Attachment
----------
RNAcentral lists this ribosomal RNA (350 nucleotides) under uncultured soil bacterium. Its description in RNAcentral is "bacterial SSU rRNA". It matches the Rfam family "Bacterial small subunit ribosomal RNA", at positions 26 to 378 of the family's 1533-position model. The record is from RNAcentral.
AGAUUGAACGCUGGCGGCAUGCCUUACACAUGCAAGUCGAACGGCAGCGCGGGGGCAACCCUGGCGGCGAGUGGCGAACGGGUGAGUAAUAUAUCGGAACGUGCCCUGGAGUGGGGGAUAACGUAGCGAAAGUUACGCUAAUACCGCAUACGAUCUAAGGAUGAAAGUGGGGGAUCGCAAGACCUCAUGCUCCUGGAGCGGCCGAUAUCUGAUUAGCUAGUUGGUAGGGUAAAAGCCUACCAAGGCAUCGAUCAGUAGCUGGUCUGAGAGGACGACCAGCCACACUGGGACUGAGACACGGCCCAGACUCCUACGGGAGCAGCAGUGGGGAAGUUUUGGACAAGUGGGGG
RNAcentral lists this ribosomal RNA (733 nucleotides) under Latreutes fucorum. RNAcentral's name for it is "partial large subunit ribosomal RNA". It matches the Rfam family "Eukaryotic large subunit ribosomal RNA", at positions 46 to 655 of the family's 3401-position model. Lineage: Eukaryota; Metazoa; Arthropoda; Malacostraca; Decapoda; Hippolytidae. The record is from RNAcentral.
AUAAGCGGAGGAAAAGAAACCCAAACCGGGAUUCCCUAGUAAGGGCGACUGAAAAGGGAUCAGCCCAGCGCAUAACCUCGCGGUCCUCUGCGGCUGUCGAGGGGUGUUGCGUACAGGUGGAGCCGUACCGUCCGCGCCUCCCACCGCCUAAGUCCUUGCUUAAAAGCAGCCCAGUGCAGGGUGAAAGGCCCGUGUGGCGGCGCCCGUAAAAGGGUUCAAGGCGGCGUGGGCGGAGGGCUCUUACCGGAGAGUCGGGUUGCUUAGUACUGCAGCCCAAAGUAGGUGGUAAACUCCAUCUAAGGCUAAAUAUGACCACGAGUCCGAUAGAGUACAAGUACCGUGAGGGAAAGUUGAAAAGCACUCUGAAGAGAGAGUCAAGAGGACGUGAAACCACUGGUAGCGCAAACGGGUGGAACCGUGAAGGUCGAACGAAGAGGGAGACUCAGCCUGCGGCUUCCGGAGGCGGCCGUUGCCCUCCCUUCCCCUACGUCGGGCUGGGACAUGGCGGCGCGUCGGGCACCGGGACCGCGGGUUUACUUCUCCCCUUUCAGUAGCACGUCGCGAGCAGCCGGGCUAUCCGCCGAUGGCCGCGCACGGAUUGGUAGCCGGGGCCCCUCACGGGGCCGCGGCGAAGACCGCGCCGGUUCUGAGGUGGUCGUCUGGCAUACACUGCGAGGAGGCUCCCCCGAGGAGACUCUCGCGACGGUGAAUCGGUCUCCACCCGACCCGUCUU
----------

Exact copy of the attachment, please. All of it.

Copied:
RNAcentral lists this ribosomal RNA (350 nucleotides) under uncultured soil bacterium. Its description in RNAcentral is "bacterial SSU rRNA". It matches the Rfam family "Bacterial small subunit ribosomal RNA", at positions 26 to 378 of the family's 1533-position model. The record is from RNAcentral.
AGAUUGAACGCUGGCGGCAUGCCUUACACAUGCAAGUCGAACGGCAGCGCGGGGGCAACCCUGGCGGCGAGUGGCGAACGGGUGAGUAAUAUAUCGGAACGUGCCCUGGAGUGGGGGAUAACGUAGCGAAAGUUACGCUAAUACCGCAUACGAUCUAAGGAUGAAAGUGGGGGAUCGCAAGACCUCAUGCUCCUGGAGCGGCCGAUAUCUGAUUAGCUAGUUGGUAGGGUAAAAGCCUACCAAGGCAUCGAUCAGUAGCUGGUCUGAGAGGACGACCAGCCACACUGGGACUGAGACACGGCCCAGACUCCUACGGGAGCAGCAGUGGGGAAGUUUUGGACAAGUGGGGG
RNAcentral lists this ribosomal RNA (733 nucleotides) under Latreutes fucorum. RNAcentral's name for it is "partial large subunit ribosomal RNA". It matches the Rfam family "Eukaryotic large subunit ribosomal RNA", at positions 46 to 655 of the family's 3401-position model. Lineage: Eukaryota; Metazoa; Arthropoda; Malacostraca; Decapoda; Hippolytidae. The record is from RNAcentral.
AUAAGCGGAGGAAAAGAAACCCAAACCGGGAUUCCCUAGUAAGGGCGACUGAAAAGGGAUCAGCCCAGCGCAUAACCUCGCGGUCCUCUGCGGCUGUCGAGGGGUGUUGCGUACAGGUGGAGCCGUACCGUCCGCGCCUCCCACCGCCUAAGUCCUUGCUUAAAAGCAGCCCAGUGCAGGGUGAAAGGCCCGUGUGGCGGCGCCCGUAAAAGGGUUCAAGGCGGCGUGGGCGGAGGGCUCUUACCGGAGAGUCGGGUUGCUUAGUACUGCAGCCCAAAGUAGGUGGUAAACUCCAUCUAAGGCUAAAUAUGACCACGAGUCCGAUAGAGUACAAGUACCGUGAGGGAAAGUUGAAAAGCACUCUGAAGAGAGAGUCAAGAGGACGUGAAACCACUGGUAGCGCAAACGGGUGGAACCGUGAAGGUCGAACGAAGAGGGAGACUCAGCCUGCGGCUUCCGGAGGCGGCCGUUGCCCUCCCUUCCCCUACGUCGGGCUGGGACAUGGCGGCGCGUCGGGCACCGGGACCGCGGGUUUACUUCUCCCCUUUCAGUAGCACGUCGCGAGCAGCCGGGCUAUCCGCCGAUGGCCGCGCACGGAUUGGUAGCCGGGGCCCCUCACGGGGCCGCGGCGAAGACCGCGCCGGUUCUGAGGUGGUCGUCUGGCAUACACUGCGAGGAGGCUCCCCCGAGGAGACUCUCGCGACGGUGAAUCGGUCUCCACCCGACCCGUCUU